Period Poverty: The Public Health Crisis We Don’t Talk About
When I first started the Design for Sustainability program at SCAD, I already knew that at some point I wanted to work on a project revolving around Women Empowerment, through Women-Centered Design. Empowered girls and women contribute to the health and productivity of their families, communities, and countries, creating a ripple effect that benefits everyone.
And so I decided to focus on the topic of Period Poverty. But what’s that?
Period poverty is a term that describes the struggle that many women, girls, and those who menstruate face because they lack access to adequate menstrual health products, supplies and education, leading to emotional and physical health challenges.
Over 500 million girls and women do not have access to information and resources to manage their periods in a dignified way. Shocking, right?
According to the charitable organization Days for Girls, globally over 500 million women and girls, experience period poverty.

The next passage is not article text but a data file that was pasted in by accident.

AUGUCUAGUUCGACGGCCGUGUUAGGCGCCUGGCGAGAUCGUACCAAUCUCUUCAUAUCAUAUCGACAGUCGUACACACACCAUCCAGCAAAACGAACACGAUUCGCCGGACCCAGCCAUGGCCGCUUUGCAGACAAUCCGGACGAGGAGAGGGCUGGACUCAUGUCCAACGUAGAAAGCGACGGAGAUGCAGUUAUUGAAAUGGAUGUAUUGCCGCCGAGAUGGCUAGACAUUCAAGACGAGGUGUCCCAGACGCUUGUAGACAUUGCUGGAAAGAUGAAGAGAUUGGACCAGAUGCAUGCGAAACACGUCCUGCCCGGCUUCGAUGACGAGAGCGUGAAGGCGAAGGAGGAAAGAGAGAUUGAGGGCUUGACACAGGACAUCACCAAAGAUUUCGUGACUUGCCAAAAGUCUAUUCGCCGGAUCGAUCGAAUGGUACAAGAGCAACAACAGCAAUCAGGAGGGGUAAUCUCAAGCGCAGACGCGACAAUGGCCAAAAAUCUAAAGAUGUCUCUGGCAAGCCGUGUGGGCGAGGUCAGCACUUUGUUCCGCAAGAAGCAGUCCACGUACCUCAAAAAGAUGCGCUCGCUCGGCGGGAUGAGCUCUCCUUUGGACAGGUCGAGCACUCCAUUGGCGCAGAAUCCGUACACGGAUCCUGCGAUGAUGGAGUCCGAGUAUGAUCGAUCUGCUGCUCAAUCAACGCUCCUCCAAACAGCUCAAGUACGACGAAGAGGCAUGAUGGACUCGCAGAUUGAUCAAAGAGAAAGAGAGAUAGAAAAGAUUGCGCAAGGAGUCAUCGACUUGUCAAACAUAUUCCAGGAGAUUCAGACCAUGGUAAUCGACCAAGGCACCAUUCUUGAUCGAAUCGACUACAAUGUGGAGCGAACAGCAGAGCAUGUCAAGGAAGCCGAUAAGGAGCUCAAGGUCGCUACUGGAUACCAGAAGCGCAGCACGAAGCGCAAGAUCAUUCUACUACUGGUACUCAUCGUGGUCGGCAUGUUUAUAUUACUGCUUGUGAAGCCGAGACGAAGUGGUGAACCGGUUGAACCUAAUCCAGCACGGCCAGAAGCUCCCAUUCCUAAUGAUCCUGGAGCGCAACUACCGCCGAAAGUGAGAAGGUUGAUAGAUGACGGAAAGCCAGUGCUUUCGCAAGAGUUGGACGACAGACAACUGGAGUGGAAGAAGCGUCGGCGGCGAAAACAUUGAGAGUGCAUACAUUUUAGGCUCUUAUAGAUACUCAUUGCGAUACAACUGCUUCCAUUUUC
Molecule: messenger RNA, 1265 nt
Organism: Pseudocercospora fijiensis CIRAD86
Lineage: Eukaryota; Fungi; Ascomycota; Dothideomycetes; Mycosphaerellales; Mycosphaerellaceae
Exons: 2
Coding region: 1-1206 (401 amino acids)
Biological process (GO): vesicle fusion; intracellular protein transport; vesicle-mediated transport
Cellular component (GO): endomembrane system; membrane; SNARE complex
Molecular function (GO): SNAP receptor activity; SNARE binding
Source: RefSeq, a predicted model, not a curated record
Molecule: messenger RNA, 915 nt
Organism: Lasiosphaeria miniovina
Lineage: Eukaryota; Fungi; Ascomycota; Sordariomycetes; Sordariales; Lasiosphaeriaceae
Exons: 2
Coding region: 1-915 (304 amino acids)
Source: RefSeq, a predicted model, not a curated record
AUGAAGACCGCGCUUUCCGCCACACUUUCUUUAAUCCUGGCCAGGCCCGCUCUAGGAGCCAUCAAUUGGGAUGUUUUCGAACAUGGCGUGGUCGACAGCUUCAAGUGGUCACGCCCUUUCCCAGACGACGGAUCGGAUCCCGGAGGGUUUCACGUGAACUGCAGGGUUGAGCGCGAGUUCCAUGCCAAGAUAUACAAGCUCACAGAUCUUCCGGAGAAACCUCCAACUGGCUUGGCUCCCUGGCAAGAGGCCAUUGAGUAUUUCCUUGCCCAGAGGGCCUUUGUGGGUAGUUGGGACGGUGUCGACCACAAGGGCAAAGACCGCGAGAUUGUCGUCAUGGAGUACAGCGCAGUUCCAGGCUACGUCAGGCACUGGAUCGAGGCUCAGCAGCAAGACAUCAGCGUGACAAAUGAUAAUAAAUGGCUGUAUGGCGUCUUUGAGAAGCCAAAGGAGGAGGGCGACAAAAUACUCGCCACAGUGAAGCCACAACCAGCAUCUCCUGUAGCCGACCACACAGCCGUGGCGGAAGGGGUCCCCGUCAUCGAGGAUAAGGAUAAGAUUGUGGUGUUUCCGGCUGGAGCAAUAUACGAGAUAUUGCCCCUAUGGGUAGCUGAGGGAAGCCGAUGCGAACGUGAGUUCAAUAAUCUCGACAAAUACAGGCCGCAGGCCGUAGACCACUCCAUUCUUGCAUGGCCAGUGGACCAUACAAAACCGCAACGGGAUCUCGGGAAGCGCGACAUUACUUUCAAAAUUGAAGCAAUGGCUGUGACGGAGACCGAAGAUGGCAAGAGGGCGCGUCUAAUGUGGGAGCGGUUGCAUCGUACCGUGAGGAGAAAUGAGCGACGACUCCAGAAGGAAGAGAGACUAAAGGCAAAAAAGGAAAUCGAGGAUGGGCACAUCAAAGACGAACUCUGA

Health challenges include urinary and other genital infections along with immense menstrual pain which happens when menstruators do not have access to menstrual health education and supplies. A lack of access to these products can negatively affect someone’s mental health as well.
The issue of period poverty is shrouded in stigma and shame.
It can make individuals feel shame for menstruating instead of celebrating it, and the stigma surrounding it prevents them from having an open discussion thus leading to isolation, depression, abuse, neglect, sexual exploitation and even suicide.
Those impacted because of period poverty miss school or work, go without eating, and because they are unable to purchase supplies, use unsafe alternatives like socks, rags, or bed linens.
10% to 20% of global school days are missed because of stigma and bullying, as nearly half of the girls and women between the ages of 16 and 24 years feel embarrassed by their periods.[Victoria J. Haneman (Volume 10 — Spring 2021). Journal of Race, Gender and Ethnicity]
By making pads, tampons, cups, or other period products the centre of attention, we are missing the larger problem which is stigma, that prevents individuals from asking for any help or support, leading to physical, mental, and emotional challenges.
There is an opportunity to change the public perception of menstruation by talking about it more freely and smashing the taboo that keeps menstruators in the dark about their own bodies for generations.